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Vaccines: Fact and Fiction

When Katie Shutters's 13-month-old daughter, Averie, was born, she followed the recommended vaccine schedule for two months. Then she did some research and decided to hold off on additional shots until Averie turned 9 months old. "I liked the idea of my breast milk giving her the immunities she needs and allowing her body to work for her instead of some medicine," says the stay-at-home mom from Indianapolis. "She isn't in daycare, and we don't travel overseas. I had concerns about injecting her for no reason."

Eventually Shutters found a doctor who would immunize according to her schedule: "We broke up the MMR [which protects against measles, mumps, and rubella] into three separate shots spread out over a year, and we're skipping the chicken pox shot," she says. "Instead, I'd love to find a kid who has chicken pox so we could expose Averie naturally."

If Shutters's approach to vaccination sounds familiar, that's because it is. In fact, most moms don't have to look far beyond their circle of friends to find a family with serious concerns. It's not difficult to understand why. For one, it can be torture to watch your child get jabbed repeatedly with a needle. Combine that discomfort with a steady stream of negative publicity -- celebrity diatribes, alarmist news and Internet reports, ripped-from-the-headline TV shows -- and the wariness seems warranted.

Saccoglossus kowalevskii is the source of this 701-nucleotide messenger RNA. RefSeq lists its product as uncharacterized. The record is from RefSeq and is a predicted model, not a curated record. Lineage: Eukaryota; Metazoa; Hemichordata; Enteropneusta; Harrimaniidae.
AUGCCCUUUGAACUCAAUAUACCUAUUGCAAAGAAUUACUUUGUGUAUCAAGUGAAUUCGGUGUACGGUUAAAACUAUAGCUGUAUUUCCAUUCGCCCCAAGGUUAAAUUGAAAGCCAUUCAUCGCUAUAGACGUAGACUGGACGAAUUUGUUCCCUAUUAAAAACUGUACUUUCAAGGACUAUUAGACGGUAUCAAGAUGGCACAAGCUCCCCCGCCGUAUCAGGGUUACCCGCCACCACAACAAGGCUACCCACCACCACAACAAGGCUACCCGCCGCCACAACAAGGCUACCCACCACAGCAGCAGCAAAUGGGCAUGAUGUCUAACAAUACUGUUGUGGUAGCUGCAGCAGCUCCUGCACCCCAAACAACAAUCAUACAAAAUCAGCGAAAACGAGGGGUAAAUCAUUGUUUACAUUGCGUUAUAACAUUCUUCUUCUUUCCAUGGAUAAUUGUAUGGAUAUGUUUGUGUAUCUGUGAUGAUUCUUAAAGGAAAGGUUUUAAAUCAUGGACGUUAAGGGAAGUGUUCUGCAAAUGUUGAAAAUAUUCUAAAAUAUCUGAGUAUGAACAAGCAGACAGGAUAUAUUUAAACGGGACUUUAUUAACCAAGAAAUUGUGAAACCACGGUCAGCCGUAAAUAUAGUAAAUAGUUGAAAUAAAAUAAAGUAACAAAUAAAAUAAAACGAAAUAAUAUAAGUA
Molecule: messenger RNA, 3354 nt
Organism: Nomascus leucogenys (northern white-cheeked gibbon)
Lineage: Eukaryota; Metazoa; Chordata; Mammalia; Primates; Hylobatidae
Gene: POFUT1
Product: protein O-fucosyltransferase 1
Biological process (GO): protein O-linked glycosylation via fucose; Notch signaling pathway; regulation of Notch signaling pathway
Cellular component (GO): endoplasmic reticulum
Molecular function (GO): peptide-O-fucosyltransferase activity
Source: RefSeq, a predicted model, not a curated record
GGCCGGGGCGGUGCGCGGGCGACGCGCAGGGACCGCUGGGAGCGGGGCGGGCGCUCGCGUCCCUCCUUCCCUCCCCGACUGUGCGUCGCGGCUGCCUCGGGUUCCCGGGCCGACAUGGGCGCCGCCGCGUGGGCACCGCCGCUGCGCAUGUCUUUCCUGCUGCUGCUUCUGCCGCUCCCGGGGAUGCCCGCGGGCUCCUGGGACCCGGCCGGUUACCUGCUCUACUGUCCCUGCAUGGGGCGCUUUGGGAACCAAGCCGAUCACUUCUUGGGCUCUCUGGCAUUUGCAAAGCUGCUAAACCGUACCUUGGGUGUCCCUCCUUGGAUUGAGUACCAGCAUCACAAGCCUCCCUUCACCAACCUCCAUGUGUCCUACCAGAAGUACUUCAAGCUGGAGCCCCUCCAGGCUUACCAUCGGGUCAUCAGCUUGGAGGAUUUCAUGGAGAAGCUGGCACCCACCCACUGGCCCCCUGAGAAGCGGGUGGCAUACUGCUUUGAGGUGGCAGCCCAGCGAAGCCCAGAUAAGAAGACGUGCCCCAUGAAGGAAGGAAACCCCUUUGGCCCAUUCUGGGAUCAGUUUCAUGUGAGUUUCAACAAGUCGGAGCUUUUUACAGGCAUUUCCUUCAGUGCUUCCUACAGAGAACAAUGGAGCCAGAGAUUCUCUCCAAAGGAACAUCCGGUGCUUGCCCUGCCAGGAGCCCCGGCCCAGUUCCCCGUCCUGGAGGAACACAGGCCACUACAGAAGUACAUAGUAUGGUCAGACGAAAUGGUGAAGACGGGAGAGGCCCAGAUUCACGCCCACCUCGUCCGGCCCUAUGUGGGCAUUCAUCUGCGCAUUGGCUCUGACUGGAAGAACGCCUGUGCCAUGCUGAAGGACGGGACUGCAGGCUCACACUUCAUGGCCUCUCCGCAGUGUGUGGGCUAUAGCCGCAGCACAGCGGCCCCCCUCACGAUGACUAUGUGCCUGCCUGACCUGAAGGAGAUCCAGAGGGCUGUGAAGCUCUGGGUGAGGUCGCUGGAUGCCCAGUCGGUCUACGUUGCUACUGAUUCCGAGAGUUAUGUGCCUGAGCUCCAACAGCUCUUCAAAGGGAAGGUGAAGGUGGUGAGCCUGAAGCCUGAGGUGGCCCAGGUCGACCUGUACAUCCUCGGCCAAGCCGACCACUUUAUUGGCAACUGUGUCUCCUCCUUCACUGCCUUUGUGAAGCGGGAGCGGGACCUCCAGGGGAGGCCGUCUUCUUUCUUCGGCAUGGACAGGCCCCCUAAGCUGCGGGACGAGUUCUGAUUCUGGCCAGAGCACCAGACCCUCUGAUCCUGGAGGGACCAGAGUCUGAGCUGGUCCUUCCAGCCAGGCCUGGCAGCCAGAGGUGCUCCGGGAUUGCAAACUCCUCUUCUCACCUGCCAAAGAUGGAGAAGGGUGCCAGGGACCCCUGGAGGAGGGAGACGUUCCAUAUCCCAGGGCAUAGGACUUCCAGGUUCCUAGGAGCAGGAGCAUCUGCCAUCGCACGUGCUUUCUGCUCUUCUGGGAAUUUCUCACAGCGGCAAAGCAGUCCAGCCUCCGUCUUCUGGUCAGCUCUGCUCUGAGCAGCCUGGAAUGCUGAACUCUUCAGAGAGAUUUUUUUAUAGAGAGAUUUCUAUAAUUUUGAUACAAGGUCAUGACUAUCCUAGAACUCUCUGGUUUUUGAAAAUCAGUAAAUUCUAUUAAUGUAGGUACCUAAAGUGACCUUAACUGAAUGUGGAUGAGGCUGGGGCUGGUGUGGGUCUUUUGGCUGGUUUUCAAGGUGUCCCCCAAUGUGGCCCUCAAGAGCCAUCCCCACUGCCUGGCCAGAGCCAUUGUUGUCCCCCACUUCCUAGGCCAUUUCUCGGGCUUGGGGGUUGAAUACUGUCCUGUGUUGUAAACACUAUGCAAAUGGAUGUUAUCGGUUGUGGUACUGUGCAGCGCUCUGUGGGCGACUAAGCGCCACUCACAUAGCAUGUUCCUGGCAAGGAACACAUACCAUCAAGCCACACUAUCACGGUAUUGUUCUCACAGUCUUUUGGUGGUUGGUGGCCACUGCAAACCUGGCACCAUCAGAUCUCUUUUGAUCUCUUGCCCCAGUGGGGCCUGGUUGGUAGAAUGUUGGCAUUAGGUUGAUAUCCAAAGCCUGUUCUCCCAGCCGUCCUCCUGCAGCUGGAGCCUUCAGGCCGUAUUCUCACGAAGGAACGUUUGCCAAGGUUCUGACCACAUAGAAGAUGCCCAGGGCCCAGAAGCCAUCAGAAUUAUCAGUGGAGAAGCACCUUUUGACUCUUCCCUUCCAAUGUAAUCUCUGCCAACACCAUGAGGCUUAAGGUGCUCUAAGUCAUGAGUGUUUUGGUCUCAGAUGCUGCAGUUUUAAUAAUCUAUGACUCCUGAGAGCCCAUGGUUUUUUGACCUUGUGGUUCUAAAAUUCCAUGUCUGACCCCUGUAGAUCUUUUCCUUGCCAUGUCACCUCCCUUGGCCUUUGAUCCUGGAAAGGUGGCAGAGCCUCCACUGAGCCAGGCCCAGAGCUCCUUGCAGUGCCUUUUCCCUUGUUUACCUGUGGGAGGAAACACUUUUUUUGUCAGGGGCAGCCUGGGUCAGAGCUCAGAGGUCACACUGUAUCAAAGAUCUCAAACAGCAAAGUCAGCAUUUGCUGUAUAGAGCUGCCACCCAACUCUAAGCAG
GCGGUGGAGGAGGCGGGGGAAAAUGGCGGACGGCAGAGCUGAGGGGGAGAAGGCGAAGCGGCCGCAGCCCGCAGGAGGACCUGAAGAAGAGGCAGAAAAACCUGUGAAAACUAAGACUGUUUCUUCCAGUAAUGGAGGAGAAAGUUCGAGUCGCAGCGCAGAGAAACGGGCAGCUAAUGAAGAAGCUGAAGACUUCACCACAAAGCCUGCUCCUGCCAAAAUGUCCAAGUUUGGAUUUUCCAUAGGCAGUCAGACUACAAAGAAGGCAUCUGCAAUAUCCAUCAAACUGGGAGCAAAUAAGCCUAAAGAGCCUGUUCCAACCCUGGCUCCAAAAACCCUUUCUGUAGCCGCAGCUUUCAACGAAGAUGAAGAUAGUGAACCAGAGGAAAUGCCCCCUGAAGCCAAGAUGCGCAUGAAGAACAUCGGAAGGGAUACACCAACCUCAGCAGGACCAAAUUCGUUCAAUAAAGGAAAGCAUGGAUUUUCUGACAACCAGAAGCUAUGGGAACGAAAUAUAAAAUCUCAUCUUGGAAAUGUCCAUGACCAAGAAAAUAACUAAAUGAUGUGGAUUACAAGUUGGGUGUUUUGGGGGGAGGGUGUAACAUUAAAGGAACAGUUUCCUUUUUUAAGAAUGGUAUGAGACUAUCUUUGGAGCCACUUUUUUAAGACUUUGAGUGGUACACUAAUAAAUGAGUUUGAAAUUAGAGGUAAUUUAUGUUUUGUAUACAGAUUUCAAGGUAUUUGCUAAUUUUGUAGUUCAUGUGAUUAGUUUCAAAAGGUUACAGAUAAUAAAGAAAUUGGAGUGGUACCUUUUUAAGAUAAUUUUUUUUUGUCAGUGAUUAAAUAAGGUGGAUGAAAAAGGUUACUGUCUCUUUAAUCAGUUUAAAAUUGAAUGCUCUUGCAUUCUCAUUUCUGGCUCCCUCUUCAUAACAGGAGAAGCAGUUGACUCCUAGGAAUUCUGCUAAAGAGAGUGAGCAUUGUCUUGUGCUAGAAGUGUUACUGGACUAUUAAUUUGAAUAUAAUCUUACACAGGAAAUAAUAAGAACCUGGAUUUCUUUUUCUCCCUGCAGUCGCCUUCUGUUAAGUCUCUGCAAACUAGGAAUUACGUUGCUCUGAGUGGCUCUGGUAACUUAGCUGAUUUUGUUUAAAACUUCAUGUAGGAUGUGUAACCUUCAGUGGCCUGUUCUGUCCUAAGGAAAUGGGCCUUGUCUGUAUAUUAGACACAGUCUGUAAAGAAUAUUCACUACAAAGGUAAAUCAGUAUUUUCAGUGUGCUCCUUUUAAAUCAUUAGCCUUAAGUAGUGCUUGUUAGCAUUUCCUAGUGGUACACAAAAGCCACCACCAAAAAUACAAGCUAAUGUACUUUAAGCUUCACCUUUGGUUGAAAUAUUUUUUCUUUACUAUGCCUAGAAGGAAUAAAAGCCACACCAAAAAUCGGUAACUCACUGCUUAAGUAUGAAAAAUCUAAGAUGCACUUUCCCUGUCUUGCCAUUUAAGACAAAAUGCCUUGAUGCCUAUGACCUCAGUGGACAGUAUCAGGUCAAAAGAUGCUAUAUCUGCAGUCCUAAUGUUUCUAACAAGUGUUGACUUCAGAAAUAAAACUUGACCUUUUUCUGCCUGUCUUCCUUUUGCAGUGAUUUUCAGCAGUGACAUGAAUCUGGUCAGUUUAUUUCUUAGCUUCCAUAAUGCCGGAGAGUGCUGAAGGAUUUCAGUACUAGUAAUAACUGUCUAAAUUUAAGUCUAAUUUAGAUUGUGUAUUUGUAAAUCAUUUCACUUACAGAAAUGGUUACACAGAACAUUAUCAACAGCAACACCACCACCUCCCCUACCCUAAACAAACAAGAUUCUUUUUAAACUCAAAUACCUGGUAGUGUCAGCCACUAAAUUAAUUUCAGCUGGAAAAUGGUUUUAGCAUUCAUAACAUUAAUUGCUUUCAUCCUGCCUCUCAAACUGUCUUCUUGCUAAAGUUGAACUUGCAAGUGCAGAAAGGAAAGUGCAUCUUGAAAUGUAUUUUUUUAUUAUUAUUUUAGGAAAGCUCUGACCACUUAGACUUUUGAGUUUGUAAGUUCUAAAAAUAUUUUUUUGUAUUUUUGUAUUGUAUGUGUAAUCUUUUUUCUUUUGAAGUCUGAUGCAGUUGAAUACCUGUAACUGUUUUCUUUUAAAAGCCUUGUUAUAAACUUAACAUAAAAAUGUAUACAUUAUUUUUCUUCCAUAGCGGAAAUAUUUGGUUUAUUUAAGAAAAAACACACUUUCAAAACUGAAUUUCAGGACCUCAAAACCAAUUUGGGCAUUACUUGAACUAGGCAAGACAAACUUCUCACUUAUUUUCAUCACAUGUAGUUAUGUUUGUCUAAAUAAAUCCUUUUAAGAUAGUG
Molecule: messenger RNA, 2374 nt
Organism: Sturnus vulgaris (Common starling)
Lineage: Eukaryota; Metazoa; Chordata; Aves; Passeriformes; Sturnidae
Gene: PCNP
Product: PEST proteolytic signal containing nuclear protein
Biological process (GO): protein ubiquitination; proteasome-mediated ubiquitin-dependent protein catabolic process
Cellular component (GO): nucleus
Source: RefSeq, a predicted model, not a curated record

Yet underneath all the debate and impossibly good intentions (after all, everyone hopes to be doing the best for their child no matter how or whether they immunize), there are some solid facts about the benefits of shots that cannot be ignored. "We live thirty years longer now than we did a century ago, thanks to purified water -- and vaccines," says Paul Offit, M.D., chief of infectious diseases at the Children's Hospital of Philadelphia. But as soon as compliance wanes, the protection we have against many devastating, and sometimes fatal, diseases wanes right along with it. This year's measles outbreak -- the biggest in nearly a decade -- may be the first warning shot, says Dr. Offit. Nearly all of the 131 people affected so far, many of them children, were purposely not vaccinated against the disease, according to a new report from the Centers for Disease Control and Prevention (CDC), in Atlanta. "We have to take this seriously," says Anne Schuchat, M.D., director of the CDC National Center for Immunization and Respiratory Diseases. "I do not want to see the day where thousands of kids get this disease and die when we have the tools to prevent it."

So what's a worried mom to do? Between the scary claims about shots themselves and the scary news about what can happen without them, you might feel like you need a Ph.D. in immunology, toxicology, and biostatistics to make sense of it all. The good thing is you don't -- that's what Parenting's here for. We've highlighted four of the concerns we hear regularly and dug through the science to get the facts for you. The bottom line: No medical intervention is 100 percent risk-free, and no one but you can choose what's right for your child. Our job is to help that decision come a little easier, so here goes:

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